On Friday, September 25, Pope Francis visited Ground Zero in New York City to pay respect for life and to pray for healing and peace. Many Christians have expressed dismay that the pope did not mention the name of Jesus at this occasion. Some have specifically stated that he actually proved that he was a religious pluralist who does not believe that Jesus Christ is the true Savior of the world. This entire debate is often absent both the context and the content of his actual words and actions. The pope’s entire address can be read here: http://w2.vatican.va/content/francesco/en/speeches/2015/september/documents/papa-francesco_20150925_usa-ground-zero.html
Pope Francis said:
I feel many different emotions standing here at Ground Zero, where thousands of lives were taken in a senseless act of destruction. Here grief is palpable. The water we see flowing towards that empty pit reminds us of all those lives which fell prey to those who think that destruction, tearing down, is the only way to settle conflicts. It is the silent cry of those who were victims of a mindset which knows only violence, hatred and revenge. A mindset which can only cause pain, suffering, destruction and tears.
I went to this site last July (2014). I have never read words that better reflect precisely how I felt at Ground Zero when I looked at the two huge pools of water in the pit where the Twin Towers once stood. What Pope Francis decried was not Islam, and rightly so, but rather “a mindset which knows only violence, hatred and revenge.” This distinction is immensely important for peacemakers. And it is immensely important that we not connect this act of terror and murder to Islam.
Today I shared the day with a friend who is a priest. My friend was there in the underground museum with the pope on that Friday. He expressed to me the sense of awe that he felt in that incredible place. If you’ve been there you know this scene and you have a hard time explaining what you feel in anything remotely like propositions. You are struck by awe and a sense of silence overwhelms you.
At the end of his remarks Pope Francis said:
This can only happen if we uproot from our hearts all feelings of hatred, vengeance and resentment. We know that that is only possible as a gift from heaven. Here, in this place of remembrance, I would ask everyone together, each in his or her own way, to spend a moment in silence and prayer. Let us implore from on high the gift of commitment to the cause of peace. Peace in our homes, our families, our schools and our communities. Peace in all those places where war never seems to end. Peace for those faces which have known nothing but pain. Peace throughout this world which God has given us as the home of all and a home for all. Simply PEACE. Let us pray in silence.
After a moment of silence the pope concluded with these words:
In this way, the lives of our dear ones will not be lives which will one day be forgotten. Instead, they will be present whenever we strive to be prophets not of tearing down but of building up, prophets of reconciliation, prophets of peace.
So far as I can tell those Christians who criticize the pope for these kinds of remarks, and for his presence with representatives of major religions in this ceremony, offer two major reasons:
- He is standing in complete (or subtle) agreement in matters of faith and practice by standing with other religious leaders.
- He is compromising his role as a Christian shepherd by not using Jesus’ name in his words and prayer.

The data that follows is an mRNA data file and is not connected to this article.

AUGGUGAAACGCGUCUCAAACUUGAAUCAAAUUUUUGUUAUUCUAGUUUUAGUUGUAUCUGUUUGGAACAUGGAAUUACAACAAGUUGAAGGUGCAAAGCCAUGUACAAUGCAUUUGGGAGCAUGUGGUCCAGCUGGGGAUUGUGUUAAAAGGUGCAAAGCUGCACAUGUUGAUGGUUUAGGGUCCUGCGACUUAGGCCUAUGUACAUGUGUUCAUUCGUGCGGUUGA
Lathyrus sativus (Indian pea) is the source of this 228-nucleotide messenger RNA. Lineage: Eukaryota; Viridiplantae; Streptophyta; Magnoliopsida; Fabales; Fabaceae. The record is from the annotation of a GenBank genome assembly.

I find both of these criticisms unconvincing for three reasons:
- The Catholic Church has already agreed (cf. Vatican II) on a great deal of common concern between religions. The decree Nostra Aetate did not give away the Christian faith but rather recognized that there are elements of truth in all faiths that can be expressed in good will. Nostra Aetate is clearly not teaching that all roads lead to Christ but rather than all truth comes from God and whatever truth each religion possesses thus comes from God. This will not please those who want to hear that every religion is “the doctrine of demons” or that non-Christian faiths are totally and entirely false. There is room for continued dialogue about how this works in practice and how it lines up with Scripture. I freely grant this room for continued discussion. But this much is clear, at least if you read the teaching of the Catholic Church correctly, the pope is not compromising his confidence in Christ as the Lord and Savior of the world.
- The pope is not giving away his role as a Christian pastor but rather he is underscoring his role as a Christian peacemaker because of the teaching of Jesus who blessed “peacemakers.” Further, he is living by the Golden Rule and showing how a Christian should respond in the face of great human evil when they are in a religious context where all grieve together. If you read The Joy of the Gospel you will readily see that Pope Francis is a very strong preacher of the good news of God’s salvation in Jesus Christ.
- Finally, Pope Francis appropriately serves the whole of humanity in the name of Christ and God’s mercy, not condemnation. His very presence, as the Bishop of Rome, puts him in a unique position where the world already knows that he is the servant of Christ and his people. There is a time and a place under heaven for everything and in this context to overtly preach as an evangelist would be unfaithful to the spirit and love of Jesus. I realize proof-texting will lead to a different conclusion but this is precisely why proof-texting is dangerous to the gospel. Pope Francis clearly understands this and his words and actions reveal it consistently. I thus cannot accept these kinds of criticisms made about this address and the prayer Pope Francis offered in this public context.